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Old 31st Aug 2007, 23:36
  #1970 (permalink)  
 
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Rananim:
KISS.
But it could be just as easily argued that it doesn't get much simpler than "Levers forward for acceleration and managed speed, back to slow down, all the way back to stop."
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Old 31st Aug 2007, 23:42
  #1971 (permalink)  

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Rananim

You *forgot* to add (d) the Boeing cheerleaders who can't understand anything positive about an Airbus product to your list, in all fairness.
Of course we know very well nothing happens to Boeings. Pity that only suicidal fools fly them, hey ?
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Old 31st Aug 2007, 23:50
  #1972 (permalink)  
 
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Lemurian, I understand where you're coming from, but *please* let's not get into that again. I think that most of us on here know each other's preferences (or indifference) in that area by now.
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Old 1st Sep 2007, 09:21
  #1973 (permalink)  
 
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Originally Posted by marciovp
If this is the third accident with A320s where the pilots landing with one reverser locked up left the two TLs in opposite positions (forward and reverse), should we simply say that it was a human error?
Originally Posted by preta
marcio vp
you are forgeting the Phoenix/USA accident.
This one was different, in that both thrust levers were retarded to idle during the flare, and reverse was selected on both engines. Only after that, the thrust lever of the engine with the inop reverser was moved forward, first to CL (at which time ground spoilers would also retract), and then to TOGA, where it stayed for 11 seconds, before being pulled back to idle again.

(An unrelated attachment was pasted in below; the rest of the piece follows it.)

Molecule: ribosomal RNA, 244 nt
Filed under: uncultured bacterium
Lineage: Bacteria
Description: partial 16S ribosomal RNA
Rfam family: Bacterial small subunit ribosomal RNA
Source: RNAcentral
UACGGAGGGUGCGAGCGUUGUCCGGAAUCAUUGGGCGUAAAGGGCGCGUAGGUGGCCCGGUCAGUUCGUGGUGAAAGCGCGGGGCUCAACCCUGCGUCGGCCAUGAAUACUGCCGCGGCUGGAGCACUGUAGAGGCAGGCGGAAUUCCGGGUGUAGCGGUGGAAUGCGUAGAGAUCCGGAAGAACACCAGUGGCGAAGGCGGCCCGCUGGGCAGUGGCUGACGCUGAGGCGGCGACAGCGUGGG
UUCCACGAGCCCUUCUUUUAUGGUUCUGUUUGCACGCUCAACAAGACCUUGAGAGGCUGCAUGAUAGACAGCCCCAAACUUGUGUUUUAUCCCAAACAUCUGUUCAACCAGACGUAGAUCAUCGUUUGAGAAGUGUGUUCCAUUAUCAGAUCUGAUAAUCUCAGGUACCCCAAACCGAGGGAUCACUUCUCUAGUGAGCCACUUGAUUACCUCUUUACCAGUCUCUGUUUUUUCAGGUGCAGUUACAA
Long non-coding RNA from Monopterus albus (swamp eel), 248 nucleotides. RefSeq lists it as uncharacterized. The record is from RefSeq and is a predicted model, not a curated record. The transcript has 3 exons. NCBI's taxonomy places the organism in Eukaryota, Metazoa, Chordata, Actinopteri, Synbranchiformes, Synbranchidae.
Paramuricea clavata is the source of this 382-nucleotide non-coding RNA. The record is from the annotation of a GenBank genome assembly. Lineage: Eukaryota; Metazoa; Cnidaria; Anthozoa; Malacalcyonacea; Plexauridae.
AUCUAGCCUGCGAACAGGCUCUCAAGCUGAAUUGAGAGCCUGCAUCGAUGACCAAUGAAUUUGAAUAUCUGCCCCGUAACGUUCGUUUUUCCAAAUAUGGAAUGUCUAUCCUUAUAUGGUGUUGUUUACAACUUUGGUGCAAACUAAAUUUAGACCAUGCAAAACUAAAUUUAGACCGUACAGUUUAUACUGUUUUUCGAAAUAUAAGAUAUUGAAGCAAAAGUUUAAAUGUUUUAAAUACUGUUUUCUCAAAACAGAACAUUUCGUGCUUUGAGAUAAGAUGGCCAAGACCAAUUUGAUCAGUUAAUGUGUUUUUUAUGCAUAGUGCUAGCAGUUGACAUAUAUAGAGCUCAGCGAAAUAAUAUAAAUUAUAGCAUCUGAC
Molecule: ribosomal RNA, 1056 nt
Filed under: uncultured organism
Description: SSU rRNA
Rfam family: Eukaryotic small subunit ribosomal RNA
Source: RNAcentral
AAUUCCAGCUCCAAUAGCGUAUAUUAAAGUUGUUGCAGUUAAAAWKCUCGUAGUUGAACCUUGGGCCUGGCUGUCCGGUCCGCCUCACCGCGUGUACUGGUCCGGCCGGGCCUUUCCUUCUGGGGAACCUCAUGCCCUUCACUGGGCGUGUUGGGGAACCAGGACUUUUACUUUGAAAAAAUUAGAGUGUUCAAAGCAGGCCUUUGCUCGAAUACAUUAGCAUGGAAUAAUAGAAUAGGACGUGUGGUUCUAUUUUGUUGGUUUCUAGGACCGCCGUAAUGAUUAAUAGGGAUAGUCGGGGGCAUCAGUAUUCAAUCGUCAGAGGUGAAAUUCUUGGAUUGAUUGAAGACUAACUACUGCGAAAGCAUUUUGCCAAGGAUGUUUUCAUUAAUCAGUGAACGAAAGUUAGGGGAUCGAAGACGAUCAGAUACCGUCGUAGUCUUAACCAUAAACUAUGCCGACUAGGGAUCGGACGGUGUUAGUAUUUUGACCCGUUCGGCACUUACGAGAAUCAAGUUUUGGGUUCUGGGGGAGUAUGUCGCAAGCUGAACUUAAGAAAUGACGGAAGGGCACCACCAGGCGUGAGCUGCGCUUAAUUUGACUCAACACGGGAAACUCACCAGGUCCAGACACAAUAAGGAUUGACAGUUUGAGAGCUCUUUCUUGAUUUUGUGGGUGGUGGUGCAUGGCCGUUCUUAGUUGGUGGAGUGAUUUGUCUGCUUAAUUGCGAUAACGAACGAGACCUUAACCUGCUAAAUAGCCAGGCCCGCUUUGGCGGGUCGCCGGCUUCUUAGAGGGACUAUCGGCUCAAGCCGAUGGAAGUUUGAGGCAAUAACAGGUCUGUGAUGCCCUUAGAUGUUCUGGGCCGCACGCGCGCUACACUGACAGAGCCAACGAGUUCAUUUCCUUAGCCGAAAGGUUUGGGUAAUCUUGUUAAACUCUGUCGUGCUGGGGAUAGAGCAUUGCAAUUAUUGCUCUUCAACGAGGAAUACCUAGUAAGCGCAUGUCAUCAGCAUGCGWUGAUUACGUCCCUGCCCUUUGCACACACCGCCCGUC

No fatalities.


Bernd
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Old 1st Sep 2007, 09:53
  #1974 (permalink)  
 
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Originally Posted by marciovp
So, we are talking about four accidents and eight well trained and experienced pilots.

Don´t you think I have a good question?
I don't think it's a very useful question. And I'll tell you why ...

Originally Posted by Rananim
I would say thats an excellent question but many here choose not to face it and instead look the other way.Seems we have 3 camps:
a)the AB pilots who naturally dont want to see the design error
b)the resident "experts" who just love discussing the man-machine interface
c)simple folk who think its a bad idea to have reverse unless and until BOTH TL's are at IDLE.